Recently, in the pages of this blog, we reported on the dire predictions made at the IPO Annual Meeting here in Chicago of the “end of days” for patents. Win or Draw or Lose The purported culprits?  The PTAB and the America Invents Act’s newly enacted Inter Partes Review and Covered Business Method Review.  Well, allow me to retort,” to borrow a line from Samuel L. Jackson’s character in Pulp Fiction.

Former Chief Judge of the PTAB, James Smith, had it exactly right when he sought to dispel the “sky is falling” handwringing that now so often characterizes these discussions.  As Judge Smith observed, the Patent Office issues over 300 thousand patents a year.  Only a handful of those patents are the subject of IPRs or CBMs.

Surprisingly, the panel leveling complaints against these PTAB proceedings was not limited to the usual representatives of the pharma community (who may have more legitimate grounds for concern), but included counsel from General Electric and Hewlett-Packard.  One might expect that GE, and in particular HP, would be more sympathetic to procedures that finally offer salvation to tech companies beleaguered by litigation from non-practicing entities (NPEs).

What is frustrating about panels such as these is that few ever point to actual miscarriages of justice by the PTAB.  In answer to an audience question, the industry participants acknowledged that none had performed a systematic study of the final written decisions of the PTAB, such that they could say with confidence that the PTAB was “getting it wrong,” i.e. that the PTAB was indiscriminately canceling claims reciting patentable inventions.  It took Judge Smith to come to the rescue of the PTAB, noting that when the procedures were first implemented, he took it upon himself to read hundreds of initial institution decisions and final written decisions, and that he saw no apparent bias in the PTAB’s decisions against patent owners.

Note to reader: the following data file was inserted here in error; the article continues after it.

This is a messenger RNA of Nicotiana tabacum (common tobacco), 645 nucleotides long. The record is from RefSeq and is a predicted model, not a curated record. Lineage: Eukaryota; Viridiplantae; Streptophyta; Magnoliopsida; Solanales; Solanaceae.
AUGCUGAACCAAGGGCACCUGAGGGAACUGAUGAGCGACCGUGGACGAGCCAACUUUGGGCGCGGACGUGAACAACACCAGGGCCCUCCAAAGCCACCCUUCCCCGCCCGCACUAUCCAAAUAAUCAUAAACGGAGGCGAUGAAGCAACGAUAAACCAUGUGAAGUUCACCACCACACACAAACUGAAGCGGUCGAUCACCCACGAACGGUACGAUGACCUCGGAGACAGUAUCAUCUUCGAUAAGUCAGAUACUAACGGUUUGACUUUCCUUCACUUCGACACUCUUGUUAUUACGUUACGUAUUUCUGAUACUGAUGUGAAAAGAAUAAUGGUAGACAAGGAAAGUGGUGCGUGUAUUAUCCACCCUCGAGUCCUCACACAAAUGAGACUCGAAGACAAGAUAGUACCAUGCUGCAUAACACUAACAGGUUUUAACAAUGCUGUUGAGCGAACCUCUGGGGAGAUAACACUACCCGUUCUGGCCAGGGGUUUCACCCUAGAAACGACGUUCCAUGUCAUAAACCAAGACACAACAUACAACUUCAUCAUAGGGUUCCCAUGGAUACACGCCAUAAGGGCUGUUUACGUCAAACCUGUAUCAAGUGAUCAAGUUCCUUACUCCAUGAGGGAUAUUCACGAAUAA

It brings to mind the adage that “if it ain’t broke, why fix it?”  Proposals to weigh down the initial institution decision with much of the evidence that would otherwise be later introduced in the trial undermine the lightweight framework for accelerated determinations in these proceedings.  Insisting that three Administrative Patent Judges continue to be involved in every institution decision ignores the reality of the number of these petitions being filed and may ultimately jeopardize the ability of the PTAB to comply with its mandate to dispose of these petitions within eighteen months of filing.

Sentiments, such as the following, drive many of these proposals:  “[T]he view of patent owners is that once trial is instituted, your claims are going down.”  But that observation, even if true, does not evidence that the system is defective.

After all, the statutory mandate of the PTAB is to institute trial only where the petitioner has shown a “reasonable likelihood” that it will prevail as to at least one claim.  Moreover, the statute limits the grounds in IPRs to printed prior art publications.  One would not ordinarily anticipate that the substance disclosed by these sources would transform between the time the PTAB first reviews them and the date that it renders its final written decisions.  While not perfectly analogous, no one would skip a beat if they were informed that plaintiffs who establish a sufficient likelihood of success on the merits to obtain a preliminary injunction also prevail at trial in high percentages.